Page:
Jalessah Jackson, ARC-Southeast: What was really shocking [about Georgia] was that the judges decided to make it effective immediately, and that was an autonomous decision they made without being prompted by the state. That just communicates the commitment to state repression at multiple levels of our governments, not only in Georgia. It was a reminder that we are able to’t anticipate things to operate procedurally how we expect them to, or how they’ve before when our opposition is ensuring they’ve their representatives on the bench at multiple levels of state government. In Georgia, it looked like immediately calling individuals who had appointments for the very next day and having to listen to those people’s concerns in real time, lots of whom were already coming to Georgia from other states. So, needing to be rerouted again, which places an undue burden on so lots of our callers, the vast majority of whom are Black and already parents. It was really hard for our team to make those calls.
Is there anything you are feeling hasn’t been talked about enough with reference to what patients have been facing since June?
Amanda Beatriz Williams, Lilith Fund: Hearing everyone talk concerning the states they’re serving, it struck me how critical it’s that we listen in other states. Every time one other state falls, it makes it a lot worse for Texans. Straight away, the one state that borders Texas where people can go is Recent Mexico, and from my service area, that’s not less than a 10-hour drive. At this cut-off date, now we have got to acknowledge how interconnected this fight truly is. That is now all of us or none of us. Our rights rely upon one another.
We have now got to acknowledge how interconnected this fight truly is. That is now all of us or none of us. Our rights rely upon one another.”
Tylar Frame Photography
Destini Spaeth, ND WIN Fund: WIN Fund does practical support, logistical support, whatever callers need leading as much as and on the day of their appointment. On the day of their appointment, they’re seeing a medical skilled, and in the event that they want to depart with a contraception option, but money is a barrier, the WIN Fund will cover those costs. We’ve seen a four-time increase in requests for contraception coverage from January to June. I’m so pleased that the WIN Fund is there to be that bridge, but at the identical time, this decision to seek out a LARC [long-acting reversible contraception] or a contraception option feels almost coercive in nature. It’s not like contraception is being pushed 4 times harder, nevertheless it’s due to restrictions for care and the uncertainty behind it. So it’s a bit grim to me that folks are going that direction if it’s not something they’re going into with their whole heart.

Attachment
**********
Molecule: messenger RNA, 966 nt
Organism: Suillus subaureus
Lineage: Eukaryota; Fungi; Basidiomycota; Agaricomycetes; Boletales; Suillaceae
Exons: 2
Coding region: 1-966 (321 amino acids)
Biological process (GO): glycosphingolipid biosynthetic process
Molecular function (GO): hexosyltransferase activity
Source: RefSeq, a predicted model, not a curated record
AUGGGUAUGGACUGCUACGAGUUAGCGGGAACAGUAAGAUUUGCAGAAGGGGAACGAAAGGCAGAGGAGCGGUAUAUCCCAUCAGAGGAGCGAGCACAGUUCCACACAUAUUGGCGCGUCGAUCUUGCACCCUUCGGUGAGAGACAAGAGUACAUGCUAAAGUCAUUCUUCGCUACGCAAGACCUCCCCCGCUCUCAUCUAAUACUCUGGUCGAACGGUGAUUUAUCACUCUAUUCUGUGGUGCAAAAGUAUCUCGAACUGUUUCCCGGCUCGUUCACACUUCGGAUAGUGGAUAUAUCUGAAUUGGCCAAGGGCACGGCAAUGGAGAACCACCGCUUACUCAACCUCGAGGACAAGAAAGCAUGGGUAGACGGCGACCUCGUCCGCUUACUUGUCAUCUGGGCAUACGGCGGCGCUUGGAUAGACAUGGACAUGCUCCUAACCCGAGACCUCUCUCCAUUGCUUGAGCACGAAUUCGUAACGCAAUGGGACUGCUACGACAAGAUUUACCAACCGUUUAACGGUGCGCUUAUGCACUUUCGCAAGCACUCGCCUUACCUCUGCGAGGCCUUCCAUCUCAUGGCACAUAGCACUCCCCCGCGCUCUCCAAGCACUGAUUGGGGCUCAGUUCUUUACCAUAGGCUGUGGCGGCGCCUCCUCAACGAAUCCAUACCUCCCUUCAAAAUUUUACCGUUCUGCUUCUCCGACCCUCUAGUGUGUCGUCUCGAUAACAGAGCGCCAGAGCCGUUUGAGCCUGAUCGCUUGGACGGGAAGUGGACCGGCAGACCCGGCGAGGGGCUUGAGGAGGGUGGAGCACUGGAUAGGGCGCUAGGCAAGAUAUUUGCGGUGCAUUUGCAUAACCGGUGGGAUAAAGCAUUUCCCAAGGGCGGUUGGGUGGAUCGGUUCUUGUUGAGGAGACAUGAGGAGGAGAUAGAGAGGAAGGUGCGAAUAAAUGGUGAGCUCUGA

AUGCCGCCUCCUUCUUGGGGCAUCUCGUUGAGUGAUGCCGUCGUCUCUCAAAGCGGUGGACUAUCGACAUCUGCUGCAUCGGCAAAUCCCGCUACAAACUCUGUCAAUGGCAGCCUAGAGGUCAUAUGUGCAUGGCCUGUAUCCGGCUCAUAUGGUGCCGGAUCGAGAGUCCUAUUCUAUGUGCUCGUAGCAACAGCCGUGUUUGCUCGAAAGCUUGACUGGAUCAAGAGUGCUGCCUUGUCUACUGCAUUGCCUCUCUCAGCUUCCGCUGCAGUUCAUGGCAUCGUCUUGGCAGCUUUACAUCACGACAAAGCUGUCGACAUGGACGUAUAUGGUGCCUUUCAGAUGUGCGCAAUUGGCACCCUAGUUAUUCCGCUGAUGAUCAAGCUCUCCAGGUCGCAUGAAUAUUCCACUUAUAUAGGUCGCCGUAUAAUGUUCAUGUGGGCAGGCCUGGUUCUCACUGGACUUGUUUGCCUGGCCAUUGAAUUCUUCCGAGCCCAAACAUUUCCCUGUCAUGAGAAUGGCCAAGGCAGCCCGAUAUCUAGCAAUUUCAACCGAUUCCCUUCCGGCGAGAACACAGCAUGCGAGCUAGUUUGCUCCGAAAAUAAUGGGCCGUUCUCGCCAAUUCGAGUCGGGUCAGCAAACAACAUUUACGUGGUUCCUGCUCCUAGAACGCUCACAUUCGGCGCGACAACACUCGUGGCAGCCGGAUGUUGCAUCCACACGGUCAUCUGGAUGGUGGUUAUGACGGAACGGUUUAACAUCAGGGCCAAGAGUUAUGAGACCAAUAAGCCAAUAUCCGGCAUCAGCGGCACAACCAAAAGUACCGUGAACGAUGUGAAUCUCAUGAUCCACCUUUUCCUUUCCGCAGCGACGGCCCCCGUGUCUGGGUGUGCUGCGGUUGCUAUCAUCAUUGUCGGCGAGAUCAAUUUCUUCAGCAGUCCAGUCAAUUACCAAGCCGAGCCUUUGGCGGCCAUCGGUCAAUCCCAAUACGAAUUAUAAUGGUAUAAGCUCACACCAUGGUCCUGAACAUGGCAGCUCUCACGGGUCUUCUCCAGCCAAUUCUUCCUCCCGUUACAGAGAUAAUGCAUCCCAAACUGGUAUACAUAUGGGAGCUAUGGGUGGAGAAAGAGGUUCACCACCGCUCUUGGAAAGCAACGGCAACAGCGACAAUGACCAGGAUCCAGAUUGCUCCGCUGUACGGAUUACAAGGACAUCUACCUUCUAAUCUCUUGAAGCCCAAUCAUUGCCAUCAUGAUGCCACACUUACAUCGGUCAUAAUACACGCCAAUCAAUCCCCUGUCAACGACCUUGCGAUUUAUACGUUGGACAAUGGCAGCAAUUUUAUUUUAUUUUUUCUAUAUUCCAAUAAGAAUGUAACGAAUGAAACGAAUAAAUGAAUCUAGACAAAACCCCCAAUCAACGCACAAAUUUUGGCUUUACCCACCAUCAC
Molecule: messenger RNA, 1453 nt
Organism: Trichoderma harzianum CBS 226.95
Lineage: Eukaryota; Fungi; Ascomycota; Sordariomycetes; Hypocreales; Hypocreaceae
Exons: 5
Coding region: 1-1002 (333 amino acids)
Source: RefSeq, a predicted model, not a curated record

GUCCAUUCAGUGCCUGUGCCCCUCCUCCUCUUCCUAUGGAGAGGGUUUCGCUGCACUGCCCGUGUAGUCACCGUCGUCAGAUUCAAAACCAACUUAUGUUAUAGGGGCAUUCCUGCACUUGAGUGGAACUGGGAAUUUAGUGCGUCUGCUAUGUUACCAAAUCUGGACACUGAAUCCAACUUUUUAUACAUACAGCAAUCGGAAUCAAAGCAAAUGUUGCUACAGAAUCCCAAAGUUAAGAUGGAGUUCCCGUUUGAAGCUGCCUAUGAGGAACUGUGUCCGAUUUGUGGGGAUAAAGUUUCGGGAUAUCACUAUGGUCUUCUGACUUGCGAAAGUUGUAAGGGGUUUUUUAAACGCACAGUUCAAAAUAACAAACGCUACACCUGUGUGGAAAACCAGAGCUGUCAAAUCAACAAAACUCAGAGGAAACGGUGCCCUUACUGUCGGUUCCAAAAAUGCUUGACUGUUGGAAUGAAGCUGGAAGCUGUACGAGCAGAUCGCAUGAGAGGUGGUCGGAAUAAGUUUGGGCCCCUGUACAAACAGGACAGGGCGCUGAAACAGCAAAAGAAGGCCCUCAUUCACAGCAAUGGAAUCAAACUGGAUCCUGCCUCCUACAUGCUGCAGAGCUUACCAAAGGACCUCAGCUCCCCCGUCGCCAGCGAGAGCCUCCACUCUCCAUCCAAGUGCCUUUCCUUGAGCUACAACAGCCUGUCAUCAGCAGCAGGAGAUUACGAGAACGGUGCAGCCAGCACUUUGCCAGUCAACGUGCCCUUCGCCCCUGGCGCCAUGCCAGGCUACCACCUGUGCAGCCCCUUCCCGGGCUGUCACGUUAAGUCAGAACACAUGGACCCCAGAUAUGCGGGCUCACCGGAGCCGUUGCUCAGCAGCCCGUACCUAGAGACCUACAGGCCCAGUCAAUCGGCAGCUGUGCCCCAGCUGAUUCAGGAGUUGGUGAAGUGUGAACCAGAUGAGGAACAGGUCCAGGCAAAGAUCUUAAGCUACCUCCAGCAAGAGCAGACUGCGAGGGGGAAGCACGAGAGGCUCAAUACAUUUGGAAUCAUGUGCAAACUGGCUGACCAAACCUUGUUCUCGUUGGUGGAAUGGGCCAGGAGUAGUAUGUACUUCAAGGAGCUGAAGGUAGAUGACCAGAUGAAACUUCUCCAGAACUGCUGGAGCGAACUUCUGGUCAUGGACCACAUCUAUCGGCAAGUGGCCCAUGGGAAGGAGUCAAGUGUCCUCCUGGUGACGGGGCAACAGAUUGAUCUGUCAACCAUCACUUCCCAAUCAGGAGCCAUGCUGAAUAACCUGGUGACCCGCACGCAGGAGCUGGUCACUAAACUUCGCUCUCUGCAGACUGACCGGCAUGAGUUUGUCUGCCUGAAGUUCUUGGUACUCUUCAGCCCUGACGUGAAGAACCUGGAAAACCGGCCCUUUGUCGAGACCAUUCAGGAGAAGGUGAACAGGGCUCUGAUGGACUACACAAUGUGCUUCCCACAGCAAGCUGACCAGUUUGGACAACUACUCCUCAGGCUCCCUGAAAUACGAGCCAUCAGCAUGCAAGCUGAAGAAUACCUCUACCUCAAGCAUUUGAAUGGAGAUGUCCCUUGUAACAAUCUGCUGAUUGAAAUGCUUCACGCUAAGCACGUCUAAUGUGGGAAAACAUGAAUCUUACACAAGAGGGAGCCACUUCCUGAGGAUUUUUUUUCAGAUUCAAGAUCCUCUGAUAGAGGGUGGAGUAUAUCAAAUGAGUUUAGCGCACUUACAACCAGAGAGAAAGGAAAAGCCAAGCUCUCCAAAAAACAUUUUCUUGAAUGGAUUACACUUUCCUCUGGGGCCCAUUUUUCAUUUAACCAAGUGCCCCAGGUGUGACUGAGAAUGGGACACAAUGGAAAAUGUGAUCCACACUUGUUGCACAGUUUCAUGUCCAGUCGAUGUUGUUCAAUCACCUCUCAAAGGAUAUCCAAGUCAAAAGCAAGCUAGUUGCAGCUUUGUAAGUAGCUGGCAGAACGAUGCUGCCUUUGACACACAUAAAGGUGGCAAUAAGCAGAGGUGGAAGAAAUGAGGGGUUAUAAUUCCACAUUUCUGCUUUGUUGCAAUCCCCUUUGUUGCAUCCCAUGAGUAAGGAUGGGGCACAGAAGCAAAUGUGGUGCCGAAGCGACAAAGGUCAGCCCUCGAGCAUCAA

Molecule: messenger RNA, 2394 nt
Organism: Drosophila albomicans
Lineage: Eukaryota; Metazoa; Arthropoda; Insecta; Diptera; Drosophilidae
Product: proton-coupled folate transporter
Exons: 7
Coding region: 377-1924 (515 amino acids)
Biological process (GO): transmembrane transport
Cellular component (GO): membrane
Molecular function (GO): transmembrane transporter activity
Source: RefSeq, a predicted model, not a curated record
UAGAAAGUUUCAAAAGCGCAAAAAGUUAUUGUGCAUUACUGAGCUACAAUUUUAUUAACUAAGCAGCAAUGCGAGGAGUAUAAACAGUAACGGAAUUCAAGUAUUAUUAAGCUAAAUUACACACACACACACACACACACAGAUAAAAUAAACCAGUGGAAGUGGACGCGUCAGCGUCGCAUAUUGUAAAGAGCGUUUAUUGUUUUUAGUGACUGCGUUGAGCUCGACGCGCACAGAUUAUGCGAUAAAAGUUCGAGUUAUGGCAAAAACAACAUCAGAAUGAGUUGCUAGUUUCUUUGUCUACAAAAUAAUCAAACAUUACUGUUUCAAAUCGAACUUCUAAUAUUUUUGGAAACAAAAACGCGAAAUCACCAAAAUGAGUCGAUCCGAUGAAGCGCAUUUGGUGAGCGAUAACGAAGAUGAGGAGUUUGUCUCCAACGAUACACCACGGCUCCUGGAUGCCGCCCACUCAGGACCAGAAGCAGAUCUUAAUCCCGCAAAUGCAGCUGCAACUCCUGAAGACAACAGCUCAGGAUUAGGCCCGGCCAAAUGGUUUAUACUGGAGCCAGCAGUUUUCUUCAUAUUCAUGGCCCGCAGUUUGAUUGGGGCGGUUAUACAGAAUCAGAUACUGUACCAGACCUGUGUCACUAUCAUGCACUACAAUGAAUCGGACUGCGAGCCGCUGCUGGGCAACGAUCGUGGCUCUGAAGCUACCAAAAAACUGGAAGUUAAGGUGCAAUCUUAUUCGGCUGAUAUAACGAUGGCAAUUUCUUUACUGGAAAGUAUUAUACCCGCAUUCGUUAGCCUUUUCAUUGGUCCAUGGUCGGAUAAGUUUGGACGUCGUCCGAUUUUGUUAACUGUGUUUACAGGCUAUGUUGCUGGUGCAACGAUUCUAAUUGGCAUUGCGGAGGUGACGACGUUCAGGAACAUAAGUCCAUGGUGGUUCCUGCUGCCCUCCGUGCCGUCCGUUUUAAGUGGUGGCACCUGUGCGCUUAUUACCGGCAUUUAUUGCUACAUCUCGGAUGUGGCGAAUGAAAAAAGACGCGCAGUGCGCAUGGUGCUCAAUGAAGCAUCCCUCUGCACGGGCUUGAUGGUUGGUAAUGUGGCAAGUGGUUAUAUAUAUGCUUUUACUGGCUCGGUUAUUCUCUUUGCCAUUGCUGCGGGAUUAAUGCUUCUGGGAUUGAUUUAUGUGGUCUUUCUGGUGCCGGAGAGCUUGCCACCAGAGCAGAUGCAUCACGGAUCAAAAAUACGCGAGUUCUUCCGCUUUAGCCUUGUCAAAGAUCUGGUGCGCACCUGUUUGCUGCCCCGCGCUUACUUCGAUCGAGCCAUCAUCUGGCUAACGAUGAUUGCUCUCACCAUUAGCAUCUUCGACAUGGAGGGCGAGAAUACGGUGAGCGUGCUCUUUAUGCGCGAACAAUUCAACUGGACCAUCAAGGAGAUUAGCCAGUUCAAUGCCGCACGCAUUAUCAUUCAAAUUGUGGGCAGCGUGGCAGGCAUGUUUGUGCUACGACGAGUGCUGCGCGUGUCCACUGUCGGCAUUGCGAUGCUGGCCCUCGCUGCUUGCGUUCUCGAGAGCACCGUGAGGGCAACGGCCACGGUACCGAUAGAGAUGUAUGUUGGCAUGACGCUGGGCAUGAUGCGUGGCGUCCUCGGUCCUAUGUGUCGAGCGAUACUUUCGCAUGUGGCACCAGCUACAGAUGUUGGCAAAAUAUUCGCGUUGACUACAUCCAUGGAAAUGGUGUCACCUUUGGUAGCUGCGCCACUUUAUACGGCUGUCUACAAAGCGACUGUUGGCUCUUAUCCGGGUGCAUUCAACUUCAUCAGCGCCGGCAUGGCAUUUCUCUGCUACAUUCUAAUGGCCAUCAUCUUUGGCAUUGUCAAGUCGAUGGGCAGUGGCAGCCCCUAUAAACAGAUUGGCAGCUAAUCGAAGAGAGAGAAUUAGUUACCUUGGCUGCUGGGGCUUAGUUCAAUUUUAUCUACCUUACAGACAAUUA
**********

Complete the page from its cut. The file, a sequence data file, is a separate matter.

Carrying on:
Jalessah Jackson, ARC-Southeast: That is all also happening before the backdrop of abysmal maternal mortality rates. So there’s the compounded fear of carrying a pregnancy to term. And the constant lingering threat of criminalization—Am I capable of legally access an abortion? Will I get in trouble for crossing state lines? Am I breaking a law?—partially stoked by media misrepresentations or sensationalism finally ends up creating a further barrier to our people accessing care and is a type of psychological violence. The attacks on abortion access are on the service itself, it’s on the communities we help access that care, and it’s a coercive power tactic to maintain people in place. I don’t need to miss out on the psychological impacts that surround the questions of legality that limit our willingness and skill to search out the services that we want.
Where are you all finding hope and joy today?
Tylar Frame Photography
Destini Spaeth, ND WIN Fund: Roe is gone. Now now we have the chance to begin from the bottom up. We all know what our demands are, and we don’t need to stop at Roe. We’ll proceed to expand, and make it greater and higher. Accessible, free look after everybody—that’s the last word goal.
Roe is gone. Now now we have the chance to begin from the bottom up.”
Oriaku Njoku, National Network of Abortion Funds: I actually have a whole lot of hope and a lot joy in doing this work. Even the enjoyment in resistance. The enjoyment in seeing abortion funds thrive. The enjoyment in knowing someone was capable of get to their appointment, no matter what legal and political climate we’re in. The opposite thing that offers me hope is that people are beginning to think beyond a binary alternative. It’s not only having an abortion or not having an abortion. Reproductive justice is about having an abortion and the entire other issues that influence our decision-making process day by day. Folks having the ability to see what’s happening with abortion access with an intersectional lens, having the ability to see that race, class, gender, the economy, access to jobs, labor rights, all of these items are tied into how people can get their abortions. I feel like individuals are starting to grasp that. And that’s exciting. To me, that’s this radical love coming together to be like, we actually can change our future. We’re accountable for our own destinies. So, on this moment, what can we do to come back together?
This interview has been edited and condensed.
Madison is a senior author/editor at ELLE.com, covering news, politics, and culture. When she’s not on the web, you’ll be able to almost definitely find her taking a nap or eating banana bread.